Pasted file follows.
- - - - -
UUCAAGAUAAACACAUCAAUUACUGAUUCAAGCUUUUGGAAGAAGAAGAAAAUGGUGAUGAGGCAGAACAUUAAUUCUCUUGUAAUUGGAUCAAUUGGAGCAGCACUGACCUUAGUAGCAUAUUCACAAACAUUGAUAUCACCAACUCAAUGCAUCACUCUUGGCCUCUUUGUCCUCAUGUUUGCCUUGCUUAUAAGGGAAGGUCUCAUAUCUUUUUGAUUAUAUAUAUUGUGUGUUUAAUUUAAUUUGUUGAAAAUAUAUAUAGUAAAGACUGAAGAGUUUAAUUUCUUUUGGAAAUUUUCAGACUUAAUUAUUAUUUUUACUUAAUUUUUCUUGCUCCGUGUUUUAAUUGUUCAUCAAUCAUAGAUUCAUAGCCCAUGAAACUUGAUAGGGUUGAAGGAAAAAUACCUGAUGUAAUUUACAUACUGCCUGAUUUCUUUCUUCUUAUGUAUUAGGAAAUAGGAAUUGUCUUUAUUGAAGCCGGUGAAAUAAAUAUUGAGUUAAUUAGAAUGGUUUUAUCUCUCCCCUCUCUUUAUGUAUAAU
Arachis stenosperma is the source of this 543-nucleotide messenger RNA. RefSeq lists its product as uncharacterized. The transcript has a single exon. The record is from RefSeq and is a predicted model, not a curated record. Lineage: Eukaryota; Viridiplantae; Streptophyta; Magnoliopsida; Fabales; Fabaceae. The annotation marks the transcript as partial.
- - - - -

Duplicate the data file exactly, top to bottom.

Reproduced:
UUCAAGAUAAACACAUCAAUUACUGAUUCAAGCUUUUGGAAGAAGAAGAAAAUGGUGAUGAGGCAGAACAUUAAUUCUCUUGUAAUUGGAUCAAUUGGAGCAGCACUGACCUUAGUAGCAUAUUCACAAACAUUGAUAUCACCAACUCAAUGCAUCACUCUUGGCCUCUUUGUCCUCAUGUUUGCCUUGCUUAUAAGGGAAGGUCUCAUAUCUUUUUGAUUAUAUAUAUUGUGUGUUUAAUUUAAUUUGUUGAAAAUAUAUAUAGUAAAGACUGAAGAGUUUAAUUUCUUUUGGAAAUUUUCAGACUUAAUUAUUAUUUUUACUUAAUUUUUCUUGCUCCGUGUUUUAAUUGUUCAUCAAUCAUAGAUUCAUAGCCCAUGAAACUUGAUAGGGUUGAAGGAAAAAUACCUGAUGUAAUUUACAUACUGCCUGAUUUCUUUCUUCUUAUGUAUUAGGAAAUAGGAAUUGUCUUUAUUGAAGCCGGUGAAAUAAAUAUUGAGUUAAUUAGAAUGGUUUUAUCUCUCCCCUCUCUUUAUGUAUAAU
Arachis stenosperma is the source of this 543-nucleotide messenger RNA. RefSeq lists its product as uncharacterized. The transcript has a single exon. The record is from RefSeq and is a predicted model, not a curated record. Lineage: Eukaryota; Viridiplantae; Streptophyta; Magnoliopsida; Fabales; Fabaceae. The annotation marks the transcript as partial.